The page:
Parva (novel)

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Parva
SL-Byrappa-Parva.jpg
19th edition of the novel, released in 2017
AuthorS. L. Bhyrappa
Original titleಪರ್ವ
CountryIndia
LanguageKannada
GenreNovel
PublisherSahitya Bhandara, Bangalore
Publication date
1979
Media typePrint (Paperback & Hardback)
ISBN81-7201-659-X
OCLC31410126
894/.81437 20
LC ClassPL4659.B436 P313 1994
Preceded byAnveshana (1976) 
Followed byNele (1983) 
WebsiteOfficial website

Parva (ಪರ್ವ, Epoch) is a novel written by S. L. Bhyrappa in the Kannada language. It is a retelling of the Sanskrit epic Mahabharata, narrated through the personal reflections of the principal characters. The novel is widely acclaimed as a modern classic.[1] Parva is among Bhyrappa's most widely debated and popular works and is considered by many to be his greatest.

Background[edit]

Bhyrappa recounts the writing of the novel in an essay, Parva Baredaddu, in his book ನಾನೇಕೆ ಬರೆಯುತ್ತೇನೆ (Nāneka Barayuttena).[2] It was a friend, Dr. A Narayanappa, who urged the author to write his conception of the Mahabharata as a novel. Bhyrappa decided to write Parva during a tour in the Garhwal region in the Himalayas. He stayed at a village where polyandry was practiced. Further research revealed that the practice had persisted in the region since the time of Draupadi. Bhyrappa recounts how this experience led him to visit several places in North India mentioned in the Mahabharata.

Bhyrappa subsequently moved to a new job in Mysore. In Parva Baredaddu, he narrates how the novel "stayed in his mind," and "forced" him to apply for unpaid vacation from work to begin research. His research covered multiple perspectives including the historicity of the Mahabharata, geography of India, anthropological aspects of the time, techniques of warfare, and philosophical concepts. Bhyrappa visited most of the places listed in the epic over a period of more than a year. He visited the Yadava capital Dwaraka (now believed to be submerged[3]), Lothal, Rajasthan, Rajagriha, Kurukshetra, Old Delhi, and parts of the Panchala territory.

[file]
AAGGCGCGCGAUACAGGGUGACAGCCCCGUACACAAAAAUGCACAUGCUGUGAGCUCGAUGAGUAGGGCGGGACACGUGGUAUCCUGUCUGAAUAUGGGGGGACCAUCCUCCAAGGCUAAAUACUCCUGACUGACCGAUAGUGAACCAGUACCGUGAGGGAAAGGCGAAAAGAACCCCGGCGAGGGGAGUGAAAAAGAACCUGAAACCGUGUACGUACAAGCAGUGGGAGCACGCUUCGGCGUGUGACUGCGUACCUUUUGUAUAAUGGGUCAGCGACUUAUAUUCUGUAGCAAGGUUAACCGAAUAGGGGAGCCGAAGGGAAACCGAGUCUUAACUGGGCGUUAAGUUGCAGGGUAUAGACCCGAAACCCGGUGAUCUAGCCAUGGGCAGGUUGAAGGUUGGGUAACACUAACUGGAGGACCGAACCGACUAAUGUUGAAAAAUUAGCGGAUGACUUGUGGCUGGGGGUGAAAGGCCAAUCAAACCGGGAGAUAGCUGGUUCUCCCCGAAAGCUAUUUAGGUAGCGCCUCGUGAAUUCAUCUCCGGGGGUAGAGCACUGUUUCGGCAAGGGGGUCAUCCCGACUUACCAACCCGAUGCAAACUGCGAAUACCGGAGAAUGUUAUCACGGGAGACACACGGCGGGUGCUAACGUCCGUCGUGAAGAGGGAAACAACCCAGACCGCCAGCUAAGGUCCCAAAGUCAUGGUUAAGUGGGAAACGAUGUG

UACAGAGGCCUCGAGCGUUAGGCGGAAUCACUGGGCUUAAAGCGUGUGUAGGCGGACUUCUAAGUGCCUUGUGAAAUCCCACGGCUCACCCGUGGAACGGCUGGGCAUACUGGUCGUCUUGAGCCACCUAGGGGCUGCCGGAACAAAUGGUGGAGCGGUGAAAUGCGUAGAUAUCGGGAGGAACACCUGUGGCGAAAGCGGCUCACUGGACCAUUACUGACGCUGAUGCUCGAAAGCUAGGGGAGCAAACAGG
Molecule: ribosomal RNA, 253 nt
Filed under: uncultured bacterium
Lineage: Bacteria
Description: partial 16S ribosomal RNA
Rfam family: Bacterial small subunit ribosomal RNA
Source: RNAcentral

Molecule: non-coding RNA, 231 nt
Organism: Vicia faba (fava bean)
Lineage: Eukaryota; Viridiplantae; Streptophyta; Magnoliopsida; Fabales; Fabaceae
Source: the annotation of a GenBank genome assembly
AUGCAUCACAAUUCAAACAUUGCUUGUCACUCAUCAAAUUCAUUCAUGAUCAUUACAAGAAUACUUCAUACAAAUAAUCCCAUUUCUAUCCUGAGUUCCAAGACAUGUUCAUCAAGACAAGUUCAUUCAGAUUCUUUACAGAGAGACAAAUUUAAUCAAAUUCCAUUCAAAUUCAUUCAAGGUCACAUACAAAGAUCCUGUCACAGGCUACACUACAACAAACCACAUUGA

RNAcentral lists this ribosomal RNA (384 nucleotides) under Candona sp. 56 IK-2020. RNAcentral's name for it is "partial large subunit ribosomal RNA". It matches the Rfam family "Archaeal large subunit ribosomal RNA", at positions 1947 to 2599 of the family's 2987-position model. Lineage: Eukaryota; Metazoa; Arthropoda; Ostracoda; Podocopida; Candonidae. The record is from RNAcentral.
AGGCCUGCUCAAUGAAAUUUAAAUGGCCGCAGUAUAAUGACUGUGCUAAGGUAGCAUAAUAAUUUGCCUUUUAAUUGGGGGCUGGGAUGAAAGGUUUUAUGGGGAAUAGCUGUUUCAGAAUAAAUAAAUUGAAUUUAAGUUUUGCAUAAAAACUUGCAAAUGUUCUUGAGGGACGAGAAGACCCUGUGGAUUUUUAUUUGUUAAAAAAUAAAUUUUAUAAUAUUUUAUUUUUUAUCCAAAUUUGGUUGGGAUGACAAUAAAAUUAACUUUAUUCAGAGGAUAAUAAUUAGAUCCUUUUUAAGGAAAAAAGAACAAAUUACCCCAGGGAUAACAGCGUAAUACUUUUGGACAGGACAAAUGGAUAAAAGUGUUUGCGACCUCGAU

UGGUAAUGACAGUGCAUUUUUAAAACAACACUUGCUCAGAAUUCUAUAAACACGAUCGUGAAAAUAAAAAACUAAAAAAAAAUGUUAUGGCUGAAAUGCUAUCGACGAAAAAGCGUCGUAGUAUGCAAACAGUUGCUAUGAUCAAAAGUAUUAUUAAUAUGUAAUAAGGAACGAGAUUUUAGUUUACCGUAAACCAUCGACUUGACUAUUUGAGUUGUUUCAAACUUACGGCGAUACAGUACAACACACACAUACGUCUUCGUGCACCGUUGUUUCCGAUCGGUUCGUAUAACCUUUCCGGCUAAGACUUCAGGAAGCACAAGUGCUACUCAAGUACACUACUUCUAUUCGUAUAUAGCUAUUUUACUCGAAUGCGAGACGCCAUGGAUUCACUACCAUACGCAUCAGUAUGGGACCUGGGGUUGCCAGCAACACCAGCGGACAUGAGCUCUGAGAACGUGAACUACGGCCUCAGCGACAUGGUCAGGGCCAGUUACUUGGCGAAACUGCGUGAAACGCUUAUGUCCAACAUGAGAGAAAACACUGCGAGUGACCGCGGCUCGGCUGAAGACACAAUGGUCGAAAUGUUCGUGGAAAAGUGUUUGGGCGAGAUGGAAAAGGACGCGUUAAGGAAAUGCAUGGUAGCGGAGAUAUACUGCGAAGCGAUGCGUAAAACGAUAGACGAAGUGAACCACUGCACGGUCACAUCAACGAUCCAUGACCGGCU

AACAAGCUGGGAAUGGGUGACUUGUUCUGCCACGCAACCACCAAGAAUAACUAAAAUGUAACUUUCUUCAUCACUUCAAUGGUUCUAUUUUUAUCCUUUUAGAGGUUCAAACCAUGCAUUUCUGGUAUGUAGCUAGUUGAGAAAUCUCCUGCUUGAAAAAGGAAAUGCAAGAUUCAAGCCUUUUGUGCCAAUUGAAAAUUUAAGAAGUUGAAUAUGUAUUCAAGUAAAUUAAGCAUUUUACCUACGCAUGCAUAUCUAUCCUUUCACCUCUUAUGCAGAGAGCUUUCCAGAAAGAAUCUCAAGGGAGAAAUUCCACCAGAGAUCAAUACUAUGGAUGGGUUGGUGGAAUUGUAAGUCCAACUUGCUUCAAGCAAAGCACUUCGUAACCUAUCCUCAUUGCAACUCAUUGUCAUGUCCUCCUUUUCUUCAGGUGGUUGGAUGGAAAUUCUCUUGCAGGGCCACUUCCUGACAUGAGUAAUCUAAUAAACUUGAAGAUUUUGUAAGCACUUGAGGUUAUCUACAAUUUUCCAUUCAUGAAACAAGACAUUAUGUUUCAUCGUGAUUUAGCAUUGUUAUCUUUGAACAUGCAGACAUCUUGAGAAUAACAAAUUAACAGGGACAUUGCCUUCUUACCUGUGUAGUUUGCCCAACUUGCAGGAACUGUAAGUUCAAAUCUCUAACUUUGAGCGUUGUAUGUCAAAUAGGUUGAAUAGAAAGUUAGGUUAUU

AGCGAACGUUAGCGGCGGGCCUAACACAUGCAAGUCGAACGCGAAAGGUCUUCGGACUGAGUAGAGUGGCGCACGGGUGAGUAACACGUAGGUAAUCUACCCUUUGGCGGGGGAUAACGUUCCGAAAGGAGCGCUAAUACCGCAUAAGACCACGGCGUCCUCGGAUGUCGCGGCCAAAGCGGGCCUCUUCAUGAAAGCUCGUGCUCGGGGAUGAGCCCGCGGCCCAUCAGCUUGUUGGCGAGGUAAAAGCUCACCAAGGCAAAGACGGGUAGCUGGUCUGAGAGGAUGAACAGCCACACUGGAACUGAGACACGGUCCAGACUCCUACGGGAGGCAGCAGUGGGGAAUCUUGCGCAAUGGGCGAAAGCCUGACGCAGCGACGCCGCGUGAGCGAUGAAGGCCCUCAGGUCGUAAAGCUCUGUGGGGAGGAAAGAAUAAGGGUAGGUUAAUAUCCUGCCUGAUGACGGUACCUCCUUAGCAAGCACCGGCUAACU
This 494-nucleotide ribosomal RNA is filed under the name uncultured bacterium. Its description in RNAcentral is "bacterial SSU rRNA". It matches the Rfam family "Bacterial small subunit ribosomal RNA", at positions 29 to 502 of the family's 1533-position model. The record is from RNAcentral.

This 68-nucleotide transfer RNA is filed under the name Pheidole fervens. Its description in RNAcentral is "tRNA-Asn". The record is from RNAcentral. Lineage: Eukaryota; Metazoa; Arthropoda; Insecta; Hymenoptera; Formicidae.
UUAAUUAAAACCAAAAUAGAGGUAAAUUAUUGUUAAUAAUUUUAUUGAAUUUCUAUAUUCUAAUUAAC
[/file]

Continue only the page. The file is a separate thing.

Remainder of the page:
Translations[edit]

Parva has been translated into seven Indian Languages and three foreign languages. The Indian translations are পর্ব (Bengali), पर्व (Hindi), പർവ്വം[4] (Malayalam), पर्व (Marathi), பருவம் (Tamil), పర్వము (Telugu), and पर्व (Sanskrit). The Tamil translation of Pavannan and the Telugu translation of Gangisetty Lakshminarayana won the Sahitya Akademi's translation award in 2004.[5]

Among foreign languages, the first translation appeared in English under the title Parva: A Tale of War, Peace, Love, Death, God and Man. It was the work of K. Raghavendra Rao. The Russian translation by Abhai Maurya and Sonu Saini appeared in 2020. It was titled Парва.[6][7] The Chinese translation (大纪元) appeared in the same year as the Russian one. Parva was translated into Mandarin Chinese by a team of B. R. Deepak and Xu Ke.[8]

Storyline[edit]

The novel narrates the story of Mahabharata mostly using monologue as a literary technique. Several principal characters found in the original Mahabharata reminisce almost their entire lives. Both the setting and the context for the reminiscence is the onset of the Kurukshetra War. The novel begins with a conversation in the court of Madra desha. It was the time when the preparations of war had just begun. The episode is followed by reminiscences of Kunti, Draupadi, Bheema and Arjuna. The next part of novel discusses the war from a rational view.[9] The novel seeks to reconstruct the disintegration of a vast community involving the Kauravas and Pandavas.[10]

Awards[edit]

Parva has won the Deraje award.[11]

Notes[edit]

  1. ^ Bhitti, Sahitya Bhandara, Bangalore
  2. ^ Essay titled, Parva Baredaddu (How I wrote Parva) Naaneke Bareyuttene, Sahitya Bhandara, Bangalore
  3. ^ The Lost City of Dvaraka, S.R. Rao, Aditya Prakashan, India, 1999, ISBN 8186471480
  4. ^ "അക്കാദമി വാര്‍ഷികവും അവാര്‍ഡ് സമര്‍പ്പണവും". Retrieved 24 April 2021.
  5. ^ "Books for Translation Prize get Sahitya Akademi's nod". The Hindu. Chennai, India. 16 February 2005. Archived from the original on 20 December 2005. Retrieved 31 October 2007.
  6. ^ "माननीय उपराष्ट्रपति श्री वेंकैया नायडू द्वारा भारतीय साहित्य की 10 महान कृतियों के चीनी तथा रूसी भाषाओं में अनुवादों की घोषणा" (PDF). Retrieved 24 April 2021.
  7. ^ "Parva ПАРВА". Retrieved 24 April 2021.
  8. ^ "Parva 大纪元". Retrieved 24 April 2021.
  9. ^ "NTR award to be given away tomorrow". The Hindu. Chennai, India. 27 May 2007. Archived from the original on 3 July 2007. Retrieved 31 October 2007.
  10. ^ Various authors, Sahitya Akademi (1987), p430
  11. ^ Bhyrappa to receive Deraje Award, http://www.hindu.com/2007/02/10/stories/2007021002030200.htm, The Hindu

References[edit]